The Art of Answer-izing
A month ago, I challenged our NorthPark bloggers to choose any hot button issue and write on it from a perspective of Jesus’ love, mission, and ministry.
All of our bloggers took on the task and composed engaging, thoughtful, well-written blogs with their particular understanding of the gospel. Thanks Kelly, Liz, and Tom!
Unfortunately, this is about as rare as a late season Texas Ranger victory. Most of the time what we hear from preachers and politicians alike is not engaging answers but answer-izing.
Answer-izing is when someone else does not honestly respond to or directly answer a question, but selects a ready-made answer from a long list of previously prepared possibilities and then makes that answer fit the situation.
I do it all the time at my house. My children can ask a plethora of different questions, and I am very good at giving this canned response: "Go ask your mother."
In the Bible Job’s friends were experts at answer-izing. When they heard of Job’s great misery, at first they came and sat with him for seven days and seven nights, and did not say a word. When they were no longer able to tolerate the complexity of his pain and suffering they began offering answers to questions Job wasn’t even asking.
Job asked a question about God’s justice, but his friends answered by talking about Job’s sin. Job asked, “Why is God doing this to me? His friends answered, “What have you done to deserve it?” They were answer-izing, giving a pre-scripted answer that didn’t fit his question.
Answer-izing happens in political circles all the time. Republicans and Democrats, as well as TV pundits and even news anchors, do not listen in order to answer a question but to get air time for their talking points.
I can remember a few years ago listening to the congressional hearings regarding the BP oil spill. No matter what the question BP officials were asked, the answers given seemed to fit one of three categories. Either: A) “I don’t recall,” B) “I can’t remember”, or C) “I wasn’t involved in the action.” This prompted one lawmaker to sarcastically ask the BP official if he could confirm that the day of the week was actually Thursday.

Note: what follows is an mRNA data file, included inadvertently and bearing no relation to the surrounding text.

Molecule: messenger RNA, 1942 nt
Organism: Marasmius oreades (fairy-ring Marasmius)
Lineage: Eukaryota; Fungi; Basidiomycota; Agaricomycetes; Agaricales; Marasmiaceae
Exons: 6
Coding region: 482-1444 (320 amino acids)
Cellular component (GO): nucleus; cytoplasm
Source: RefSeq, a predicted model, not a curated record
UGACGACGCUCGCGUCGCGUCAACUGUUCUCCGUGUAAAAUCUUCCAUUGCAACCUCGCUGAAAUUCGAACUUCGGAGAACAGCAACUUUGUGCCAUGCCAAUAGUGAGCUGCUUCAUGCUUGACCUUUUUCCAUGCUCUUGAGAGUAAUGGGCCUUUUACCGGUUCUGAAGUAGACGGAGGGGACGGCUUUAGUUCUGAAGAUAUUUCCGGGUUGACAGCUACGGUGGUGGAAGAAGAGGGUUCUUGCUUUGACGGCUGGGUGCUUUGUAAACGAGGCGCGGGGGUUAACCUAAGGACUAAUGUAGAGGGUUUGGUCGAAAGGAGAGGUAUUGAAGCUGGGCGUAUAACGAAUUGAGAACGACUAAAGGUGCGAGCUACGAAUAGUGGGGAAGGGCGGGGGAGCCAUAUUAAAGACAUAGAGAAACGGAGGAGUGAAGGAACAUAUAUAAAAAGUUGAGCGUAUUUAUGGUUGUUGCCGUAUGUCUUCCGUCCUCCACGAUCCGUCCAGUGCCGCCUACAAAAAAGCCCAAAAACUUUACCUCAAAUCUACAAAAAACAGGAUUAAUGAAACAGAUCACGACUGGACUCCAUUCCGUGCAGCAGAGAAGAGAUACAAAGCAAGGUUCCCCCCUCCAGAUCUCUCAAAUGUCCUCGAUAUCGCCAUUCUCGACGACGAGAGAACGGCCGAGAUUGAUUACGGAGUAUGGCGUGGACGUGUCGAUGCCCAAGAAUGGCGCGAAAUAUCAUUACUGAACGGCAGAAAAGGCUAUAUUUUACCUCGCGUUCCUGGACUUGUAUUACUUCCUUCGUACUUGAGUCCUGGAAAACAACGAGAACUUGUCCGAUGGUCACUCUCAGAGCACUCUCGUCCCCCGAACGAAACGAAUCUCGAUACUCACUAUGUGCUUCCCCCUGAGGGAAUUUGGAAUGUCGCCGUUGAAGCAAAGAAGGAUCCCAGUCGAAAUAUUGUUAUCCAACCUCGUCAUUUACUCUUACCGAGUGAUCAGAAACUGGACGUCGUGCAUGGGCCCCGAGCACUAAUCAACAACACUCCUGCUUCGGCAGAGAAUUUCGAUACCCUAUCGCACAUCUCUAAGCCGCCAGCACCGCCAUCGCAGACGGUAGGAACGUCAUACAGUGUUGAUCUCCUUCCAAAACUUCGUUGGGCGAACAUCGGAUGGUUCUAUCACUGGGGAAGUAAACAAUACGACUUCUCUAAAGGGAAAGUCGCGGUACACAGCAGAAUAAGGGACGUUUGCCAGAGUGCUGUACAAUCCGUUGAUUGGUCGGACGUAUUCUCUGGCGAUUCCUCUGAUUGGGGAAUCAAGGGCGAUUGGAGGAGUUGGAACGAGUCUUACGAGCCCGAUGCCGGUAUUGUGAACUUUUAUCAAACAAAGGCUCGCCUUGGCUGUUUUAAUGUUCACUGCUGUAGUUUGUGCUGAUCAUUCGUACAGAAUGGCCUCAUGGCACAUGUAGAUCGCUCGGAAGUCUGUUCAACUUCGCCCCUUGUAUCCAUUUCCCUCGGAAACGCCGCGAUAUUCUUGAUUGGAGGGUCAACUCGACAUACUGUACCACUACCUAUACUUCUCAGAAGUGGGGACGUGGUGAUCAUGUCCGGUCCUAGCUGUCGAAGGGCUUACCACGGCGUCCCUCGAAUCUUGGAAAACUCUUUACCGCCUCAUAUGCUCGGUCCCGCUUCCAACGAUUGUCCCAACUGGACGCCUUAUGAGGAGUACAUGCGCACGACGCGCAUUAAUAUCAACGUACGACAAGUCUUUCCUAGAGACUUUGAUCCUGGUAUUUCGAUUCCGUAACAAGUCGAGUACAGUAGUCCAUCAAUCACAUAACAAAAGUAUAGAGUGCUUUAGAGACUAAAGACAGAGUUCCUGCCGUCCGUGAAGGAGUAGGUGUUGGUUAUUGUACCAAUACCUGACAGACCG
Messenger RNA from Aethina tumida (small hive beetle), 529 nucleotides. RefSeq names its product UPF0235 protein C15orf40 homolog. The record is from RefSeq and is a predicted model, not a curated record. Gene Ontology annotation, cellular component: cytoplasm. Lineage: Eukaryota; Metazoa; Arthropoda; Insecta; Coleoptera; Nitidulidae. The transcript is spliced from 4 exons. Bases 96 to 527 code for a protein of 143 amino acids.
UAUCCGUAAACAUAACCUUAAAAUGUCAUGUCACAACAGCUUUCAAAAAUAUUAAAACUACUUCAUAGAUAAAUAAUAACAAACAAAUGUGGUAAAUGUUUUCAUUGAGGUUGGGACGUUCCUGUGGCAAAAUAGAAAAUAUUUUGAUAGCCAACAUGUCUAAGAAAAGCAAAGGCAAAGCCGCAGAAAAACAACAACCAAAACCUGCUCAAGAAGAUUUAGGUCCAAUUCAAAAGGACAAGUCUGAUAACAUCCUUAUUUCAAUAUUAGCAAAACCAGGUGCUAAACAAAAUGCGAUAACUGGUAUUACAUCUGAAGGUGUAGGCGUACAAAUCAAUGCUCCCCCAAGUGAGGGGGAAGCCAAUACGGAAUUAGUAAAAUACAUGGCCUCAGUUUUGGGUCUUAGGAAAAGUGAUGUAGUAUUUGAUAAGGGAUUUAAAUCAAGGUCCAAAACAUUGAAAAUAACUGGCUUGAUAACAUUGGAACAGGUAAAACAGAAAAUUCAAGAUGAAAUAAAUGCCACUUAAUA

Answer-izing happens in the church, too. Someone asks a tough question ‒ something they’ve been struggling with for a long time ‒ and invariably someone responds with a pat answer. Someone may ask, “Where is God when we face threats of terror?” And without pausing for a breath someone may reply “Jesus is the answer!”
They want to make Jesus the answer no matter what the question is! But the questions that tap into our mortality, our pain, our fear, these are questions that arise from the immeasurable darkness and mystery of our lives, and they deserve more than mere answer-izing.
These kind of questions require us to listen and speak with one another in ways that acknowledge the complexity of our lives and the incompleteness of our answers.
Have you ever noticed how slow Jesus was to answer the questions people put to him? He always spoke with candor when he spoke, but he was often circumspect and occasionally downright reticent to speak at all.
Sometimes Jesus refused to say anything. When Pontius Pilate interrogated him, Jesus gave no answer. When the Canaanite woman pleaded with him for her daughter, at first he answered her not a word.
Sometimes Jesus was strikingly terse, responding with a word or short phrase, and boldly criticized the religious leaders for their long and repetitive prayers.
Sometimes Jesus answered a question with a question of his own. When the rich young ruler asked him what he must do to be saved, Jesus replied: “How do you read the law? What do you think is the answer?”
Sometimes Jesus said a great deal about a subject we’d just as soon he hadn’t brought up, but remained silent on another subject we wish he had addressed. He spoke often for example about the danger of having too much money, but he said nothing at all about homosexuality.
What’s more, Jesus said of himself, “I am the way.” The way to get from Point Alpha to Point Omega. According to the book of Acts, Jesus followers before they were called Christians were actually called “the people of the way.”
This reminds us that the life of discipleship is not a product so much as a process; not a final destination but a never-ending journey. Discipleship is not geometry. The journey between A and Z, between alpha and omega, is never straight. In life, just when we think we’re on a smooth stretch of road, suddenly there’s a sharp curve ahead, or maybe it’s a tedious detour or maybe it’s a bad accident. And just when we think we’ve found an answer that explains everything ‒ suddenly we realize the answer leads us to another, deeper round of questions.
Rather than holding to one predetermined correct answer, we need to open our minds and hearts to the questions that grow up out of the mystery of life. In short, we don’t have to answer-ize but instead can love the questions and the journey they take us on.